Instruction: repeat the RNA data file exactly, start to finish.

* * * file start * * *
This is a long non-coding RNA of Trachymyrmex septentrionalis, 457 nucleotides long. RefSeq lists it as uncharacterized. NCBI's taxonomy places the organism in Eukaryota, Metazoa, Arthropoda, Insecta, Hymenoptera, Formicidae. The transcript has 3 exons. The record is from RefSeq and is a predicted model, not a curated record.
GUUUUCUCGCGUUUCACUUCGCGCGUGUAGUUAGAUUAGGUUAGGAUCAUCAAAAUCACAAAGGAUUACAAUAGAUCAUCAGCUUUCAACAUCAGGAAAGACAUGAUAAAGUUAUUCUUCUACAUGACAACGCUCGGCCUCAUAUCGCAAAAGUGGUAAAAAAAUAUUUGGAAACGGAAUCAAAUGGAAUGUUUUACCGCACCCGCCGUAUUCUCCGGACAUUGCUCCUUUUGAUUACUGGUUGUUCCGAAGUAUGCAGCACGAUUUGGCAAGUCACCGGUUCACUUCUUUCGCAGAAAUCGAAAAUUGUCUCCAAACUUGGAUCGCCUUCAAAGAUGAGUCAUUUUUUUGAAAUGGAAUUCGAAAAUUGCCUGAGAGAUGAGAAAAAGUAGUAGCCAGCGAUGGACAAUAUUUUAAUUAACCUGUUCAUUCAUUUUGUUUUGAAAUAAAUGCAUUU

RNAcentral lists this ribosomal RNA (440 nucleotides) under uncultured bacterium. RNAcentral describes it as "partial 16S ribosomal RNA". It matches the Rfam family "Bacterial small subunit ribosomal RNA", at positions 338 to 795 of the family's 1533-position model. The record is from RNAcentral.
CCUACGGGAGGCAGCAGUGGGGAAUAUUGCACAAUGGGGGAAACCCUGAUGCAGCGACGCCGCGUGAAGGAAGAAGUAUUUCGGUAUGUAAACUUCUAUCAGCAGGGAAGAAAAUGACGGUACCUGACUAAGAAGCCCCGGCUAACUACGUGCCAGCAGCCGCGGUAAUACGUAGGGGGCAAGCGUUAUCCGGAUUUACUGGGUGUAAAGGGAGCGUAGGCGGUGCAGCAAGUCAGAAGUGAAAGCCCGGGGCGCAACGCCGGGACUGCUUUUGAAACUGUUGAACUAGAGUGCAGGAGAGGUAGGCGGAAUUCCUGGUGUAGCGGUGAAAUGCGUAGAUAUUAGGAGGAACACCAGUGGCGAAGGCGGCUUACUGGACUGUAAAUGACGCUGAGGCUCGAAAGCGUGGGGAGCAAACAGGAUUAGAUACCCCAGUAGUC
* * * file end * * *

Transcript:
This is a long non-coding RNA of Trachymyrmex septentrionalis, 457 nucleotides long. RefSeq lists it as uncharacterized. NCBI's taxonomy places the organism in Eukaryota, Metazoa, Arthropoda, Insecta, Hymenoptera, Formicidae. The transcript has 3 exons. The record is from RefSeq and is a predicted model, not a curated record.
GUUUUCUCGCGUUUCACUUCGCGCGUGUAGUUAGAUUAGGUUAGGAUCAUCAAAAUCACAAAGGAUUACAAUAGAUCAUCAGCUUUCAACAUCAGGAAAGACAUGAUAAAGUUAUUCUUCUACAUGACAACGCUCGGCCUCAUAUCGCAAAAGUGGUAAAAAAAUAUUUGGAAACGGAAUCAAAUGGAAUGUUUUACCGCACCCGCCGUAUUCUCCGGACAUUGCUCCUUUUGAUUACUGGUUGUUCCGAAGUAUGCAGCACGAUUUGGCAAGUCACCGGUUCACUUCUUUCGCAGAAAUCGAAAAUUGUCUCCAAACUUGGAUCGCCUUCAAAGAUGAGUCAUUUUUUUGAAAUGGAAUUCGAAAAUUGCCUGAGAGAUGAGAAAAAGUAGUAGCCAGCGAUGGACAAUAUUUUAAUUAACCUGUUCAUUCAUUUUGUUUUGAAAUAAAUGCAUUU

RNAcentral lists this ribosomal RNA (440 nucleotides) under uncultured bacterium. RNAcentral describes it as "partial 16S ribosomal RNA". It matches the Rfam family "Bacterial small subunit ribosomal RNA", at positions 338 to 795 of the family's 1533-position model. The record is from RNAcentral.
CCUACGGGAGGCAGCAGUGGGGAAUAUUGCACAAUGGGGGAAACCCUGAUGCAGCGACGCCGCGUGAAGGAAGAAGUAUUUCGGUAUGUAAACUUCUAUCAGCAGGGAAGAAAAUGACGGUACCUGACUAAGAAGCCCCGGCUAACUACGUGCCAGCAGCCGCGGUAAUACGUAGGGGGCAAGCGUUAUCCGGAUUUACUGGGUGUAAAGGGAGCGUAGGCGGUGCAGCAAGUCAGAAGUGAAAGCCCGGGGCGCAACGCCGGGACUGCUUUUGAAACUGUUGAACUAGAGUGCAGGAGAGGUAGGCGGAAUUCCUGGUGUAGCGGUGAAAUGCGUAGAUAUUAGGAGGAACACCAGUGGCGAAGGCGGCUUACUGGACUGUAAAUGACGCUGAGGCUCGAAAGCGUGGGGAGCAAACAGGAUUAGAUACCCCAGUAGUC